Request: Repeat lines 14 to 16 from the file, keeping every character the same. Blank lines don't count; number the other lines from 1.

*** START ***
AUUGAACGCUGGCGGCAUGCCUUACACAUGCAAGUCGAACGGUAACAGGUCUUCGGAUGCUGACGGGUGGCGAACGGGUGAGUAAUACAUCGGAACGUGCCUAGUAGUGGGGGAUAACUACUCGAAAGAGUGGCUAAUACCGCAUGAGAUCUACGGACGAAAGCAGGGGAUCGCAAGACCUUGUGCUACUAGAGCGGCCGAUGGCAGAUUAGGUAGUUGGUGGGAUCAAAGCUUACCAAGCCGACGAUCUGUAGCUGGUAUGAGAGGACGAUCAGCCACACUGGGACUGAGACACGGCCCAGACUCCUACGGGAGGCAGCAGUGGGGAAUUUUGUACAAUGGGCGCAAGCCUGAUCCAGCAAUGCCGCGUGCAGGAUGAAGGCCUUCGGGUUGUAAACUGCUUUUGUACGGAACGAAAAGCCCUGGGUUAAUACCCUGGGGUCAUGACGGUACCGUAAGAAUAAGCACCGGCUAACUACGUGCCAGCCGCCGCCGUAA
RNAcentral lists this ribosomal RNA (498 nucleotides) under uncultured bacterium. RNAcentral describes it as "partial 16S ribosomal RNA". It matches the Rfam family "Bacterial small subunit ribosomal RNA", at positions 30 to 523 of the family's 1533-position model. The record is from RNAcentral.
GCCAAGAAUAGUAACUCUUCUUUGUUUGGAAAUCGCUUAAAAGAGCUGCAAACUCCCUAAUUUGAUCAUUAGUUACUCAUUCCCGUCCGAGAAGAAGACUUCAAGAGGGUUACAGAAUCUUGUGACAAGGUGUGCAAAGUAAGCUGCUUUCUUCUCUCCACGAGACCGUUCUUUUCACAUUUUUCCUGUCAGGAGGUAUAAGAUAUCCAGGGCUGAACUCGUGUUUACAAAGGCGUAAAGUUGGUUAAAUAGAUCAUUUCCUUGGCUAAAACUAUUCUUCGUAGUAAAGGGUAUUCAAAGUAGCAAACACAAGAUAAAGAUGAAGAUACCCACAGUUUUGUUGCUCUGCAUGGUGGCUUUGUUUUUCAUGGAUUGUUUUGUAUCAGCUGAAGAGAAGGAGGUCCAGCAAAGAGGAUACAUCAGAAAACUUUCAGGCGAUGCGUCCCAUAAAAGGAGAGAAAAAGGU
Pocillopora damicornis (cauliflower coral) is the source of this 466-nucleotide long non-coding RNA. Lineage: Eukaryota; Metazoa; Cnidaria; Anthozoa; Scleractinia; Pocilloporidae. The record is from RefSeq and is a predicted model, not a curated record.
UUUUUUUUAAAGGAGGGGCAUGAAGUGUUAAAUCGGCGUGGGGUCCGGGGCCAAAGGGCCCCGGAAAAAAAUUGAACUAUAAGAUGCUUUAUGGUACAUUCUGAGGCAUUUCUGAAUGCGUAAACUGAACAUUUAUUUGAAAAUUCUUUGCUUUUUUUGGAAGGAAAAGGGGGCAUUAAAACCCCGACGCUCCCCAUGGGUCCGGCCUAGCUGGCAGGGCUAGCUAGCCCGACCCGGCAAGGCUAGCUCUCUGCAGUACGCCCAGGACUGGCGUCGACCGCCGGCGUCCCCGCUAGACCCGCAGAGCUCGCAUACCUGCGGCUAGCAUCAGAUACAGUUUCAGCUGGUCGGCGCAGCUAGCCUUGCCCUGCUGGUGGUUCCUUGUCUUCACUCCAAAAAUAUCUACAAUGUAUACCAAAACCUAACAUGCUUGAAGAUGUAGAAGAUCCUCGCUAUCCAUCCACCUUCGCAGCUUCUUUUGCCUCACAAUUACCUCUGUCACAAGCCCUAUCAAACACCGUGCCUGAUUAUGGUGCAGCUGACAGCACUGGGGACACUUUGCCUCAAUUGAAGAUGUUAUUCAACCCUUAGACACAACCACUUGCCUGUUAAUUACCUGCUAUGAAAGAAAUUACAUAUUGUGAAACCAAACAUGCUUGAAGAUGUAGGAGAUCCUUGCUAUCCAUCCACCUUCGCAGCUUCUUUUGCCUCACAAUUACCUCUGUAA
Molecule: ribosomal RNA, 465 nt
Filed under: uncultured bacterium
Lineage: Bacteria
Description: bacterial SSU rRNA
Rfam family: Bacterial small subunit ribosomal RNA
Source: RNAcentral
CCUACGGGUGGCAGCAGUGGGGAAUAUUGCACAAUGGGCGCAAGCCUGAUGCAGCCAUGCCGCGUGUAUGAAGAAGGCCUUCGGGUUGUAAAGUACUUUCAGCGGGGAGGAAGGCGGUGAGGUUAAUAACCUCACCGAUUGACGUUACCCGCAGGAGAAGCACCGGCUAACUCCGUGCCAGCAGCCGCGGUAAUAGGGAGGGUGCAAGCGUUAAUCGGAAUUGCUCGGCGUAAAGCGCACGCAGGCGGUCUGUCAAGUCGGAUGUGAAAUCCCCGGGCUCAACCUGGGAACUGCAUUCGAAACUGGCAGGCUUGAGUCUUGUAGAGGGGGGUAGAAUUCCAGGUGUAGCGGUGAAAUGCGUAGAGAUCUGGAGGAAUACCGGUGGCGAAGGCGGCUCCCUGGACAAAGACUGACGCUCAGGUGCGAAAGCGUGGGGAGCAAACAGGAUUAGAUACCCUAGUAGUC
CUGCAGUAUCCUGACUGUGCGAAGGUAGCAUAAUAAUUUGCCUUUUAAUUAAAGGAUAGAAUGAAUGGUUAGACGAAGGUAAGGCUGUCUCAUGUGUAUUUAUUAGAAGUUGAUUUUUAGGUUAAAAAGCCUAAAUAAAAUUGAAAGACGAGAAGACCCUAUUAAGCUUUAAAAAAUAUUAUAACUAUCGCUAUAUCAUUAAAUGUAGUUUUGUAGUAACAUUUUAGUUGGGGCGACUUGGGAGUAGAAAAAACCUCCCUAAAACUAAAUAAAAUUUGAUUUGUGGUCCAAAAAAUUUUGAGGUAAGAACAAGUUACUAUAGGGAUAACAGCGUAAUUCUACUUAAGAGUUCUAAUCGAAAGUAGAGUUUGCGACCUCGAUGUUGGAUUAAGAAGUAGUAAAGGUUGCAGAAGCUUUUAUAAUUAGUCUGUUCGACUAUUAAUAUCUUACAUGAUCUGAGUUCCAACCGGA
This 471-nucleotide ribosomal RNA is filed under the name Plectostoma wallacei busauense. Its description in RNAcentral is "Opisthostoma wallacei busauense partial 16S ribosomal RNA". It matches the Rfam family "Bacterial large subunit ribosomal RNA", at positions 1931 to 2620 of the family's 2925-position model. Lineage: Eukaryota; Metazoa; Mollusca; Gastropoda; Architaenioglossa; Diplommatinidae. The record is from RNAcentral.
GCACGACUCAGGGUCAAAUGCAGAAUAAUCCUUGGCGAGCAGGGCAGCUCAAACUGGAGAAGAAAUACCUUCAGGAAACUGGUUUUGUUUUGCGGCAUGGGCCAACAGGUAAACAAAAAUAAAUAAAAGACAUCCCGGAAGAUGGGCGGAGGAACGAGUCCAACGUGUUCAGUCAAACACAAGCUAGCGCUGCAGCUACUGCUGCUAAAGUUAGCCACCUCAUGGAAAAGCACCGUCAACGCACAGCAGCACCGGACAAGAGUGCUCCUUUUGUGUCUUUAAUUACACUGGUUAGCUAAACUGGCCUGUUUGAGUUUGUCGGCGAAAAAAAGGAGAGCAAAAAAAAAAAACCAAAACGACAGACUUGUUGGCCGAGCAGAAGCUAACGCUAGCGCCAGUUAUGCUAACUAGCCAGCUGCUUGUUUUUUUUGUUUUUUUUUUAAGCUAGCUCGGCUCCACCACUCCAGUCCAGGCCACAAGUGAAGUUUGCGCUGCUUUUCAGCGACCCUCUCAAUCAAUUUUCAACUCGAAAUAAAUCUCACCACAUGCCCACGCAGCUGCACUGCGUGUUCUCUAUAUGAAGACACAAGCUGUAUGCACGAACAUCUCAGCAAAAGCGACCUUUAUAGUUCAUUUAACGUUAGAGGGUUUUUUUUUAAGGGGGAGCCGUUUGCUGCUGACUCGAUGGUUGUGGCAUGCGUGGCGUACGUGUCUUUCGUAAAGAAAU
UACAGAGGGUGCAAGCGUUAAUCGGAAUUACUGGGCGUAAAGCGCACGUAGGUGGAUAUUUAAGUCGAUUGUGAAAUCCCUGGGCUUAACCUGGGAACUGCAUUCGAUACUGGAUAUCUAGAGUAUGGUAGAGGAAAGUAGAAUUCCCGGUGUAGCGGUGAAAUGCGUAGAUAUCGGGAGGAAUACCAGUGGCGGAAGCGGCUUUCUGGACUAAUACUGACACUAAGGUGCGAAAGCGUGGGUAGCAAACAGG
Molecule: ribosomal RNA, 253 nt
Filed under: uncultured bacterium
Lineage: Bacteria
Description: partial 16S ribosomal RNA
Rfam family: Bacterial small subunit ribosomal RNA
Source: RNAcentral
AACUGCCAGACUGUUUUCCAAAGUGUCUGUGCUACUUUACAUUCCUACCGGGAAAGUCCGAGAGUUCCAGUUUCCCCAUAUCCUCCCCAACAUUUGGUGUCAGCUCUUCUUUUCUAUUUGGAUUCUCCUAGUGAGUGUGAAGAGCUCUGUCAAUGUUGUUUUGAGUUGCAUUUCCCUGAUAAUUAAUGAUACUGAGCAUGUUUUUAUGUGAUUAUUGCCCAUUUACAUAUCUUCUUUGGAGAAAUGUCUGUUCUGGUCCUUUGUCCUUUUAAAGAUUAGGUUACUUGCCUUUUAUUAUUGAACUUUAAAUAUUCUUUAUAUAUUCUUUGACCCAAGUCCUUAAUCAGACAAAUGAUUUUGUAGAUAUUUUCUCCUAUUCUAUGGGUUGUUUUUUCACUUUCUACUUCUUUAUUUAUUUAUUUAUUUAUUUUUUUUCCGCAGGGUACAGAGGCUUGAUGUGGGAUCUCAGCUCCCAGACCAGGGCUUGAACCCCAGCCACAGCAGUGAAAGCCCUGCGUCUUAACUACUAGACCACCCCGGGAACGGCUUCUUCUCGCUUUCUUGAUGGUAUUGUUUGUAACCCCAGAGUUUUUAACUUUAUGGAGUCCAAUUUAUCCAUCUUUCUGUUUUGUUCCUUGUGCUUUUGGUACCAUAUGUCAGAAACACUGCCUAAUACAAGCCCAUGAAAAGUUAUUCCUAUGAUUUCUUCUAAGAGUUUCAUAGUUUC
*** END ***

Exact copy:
This 471-nucleotide ribosomal RNA is filed under the name Plectostoma wallacei busauense. Its description in RNAcentral is "Opisthostoma wallacei busauense partial 16S ribosomal RNA". It matches the Rfam family "Bacterial large subunit ribosomal RNA", at positions 1931 to 2620 of the family's 2925-position model. Lineage: Eukaryota; Metazoa; Mollusca; Gastropoda; Architaenioglossa; Diplommatinidae. The record is from RNAcentral.
GCACGACUCAGGGUCAAAUGCAGAAUAAUCCUUGGCGAGCAGGGCAGCUCAAACUGGAGAAGAAAUACCUUCAGGAAACUGGUUUUGUUUUGCGGCAUGGGCCAACAGGUAAACAAAAAUAAAUAAAAGACAUCCCGGAAGAUGGGCGGAGGAACGAGUCCAACGUGUUCAGUCAAACACAAGCUAGCGCUGCAGCUACUGCUGCUAAAGUUAGCCACCUCAUGGAAAAGCACCGUCAACGCACAGCAGCACCGGACAAGAGUGCUCCUUUUGUGUCUUUAAUUACACUGGUUAGCUAAACUGGCCUGUUUGAGUUUGUCGGCGAAAAAAAGGAGAGCAAAAAAAAAAAACCAAAACGACAGACUUGUUGGCCGAGCAGAAGCUAACGCUAGCGCCAGUUAUGCUAACUAGCCAGCUGCUUGUUUUUUUUGUUUUUUUUUUAAGCUAGCUCGGCUCCACCACUCCAGUCCAGGCCACAAGUGAAGUUUGCGCUGCUUUUCAGCGACCCUCUCAAUCAAUUUUCAACUCGAAAUAAAUCUCACCACAUGCCCACGCAGCUGCACUGCGUGUUCUCUAUAUGAAGACACAAGCUGUAUGCACGAACAUCUCAGCAAAAGCGACCUUUAUAGUUCAUUUAACGUUAGAGGGUUUUUUUUUAAGGGGGAGCCGUUUGCUGCUGACUCGAUGGUUGUGGCAUGCGUGGCGUACGUGUCUUUCGUAAAGAAAU
UACAGAGGGUGCAAGCGUUAAUCGGAAUUACUGGGCGUAAAGCGCACGUAGGUGGAUAUUUAAGUCGAUUGUGAAAUCCCUGGGCUUAACCUGGGAACUGCAUUCGAUACUGGAUAUCUAGAGUAUGGUAGAGGAAAGUAGAAUUCCCGGUGUAGCGGUGAAAUGCGUAGAUAUCGGGAGGAAUACCAGUGGCGGAAGCGGCUUUCUGGACUAAUACUGACACUAAGGUGCGAAAGCGUGGGUAGCAAACAGG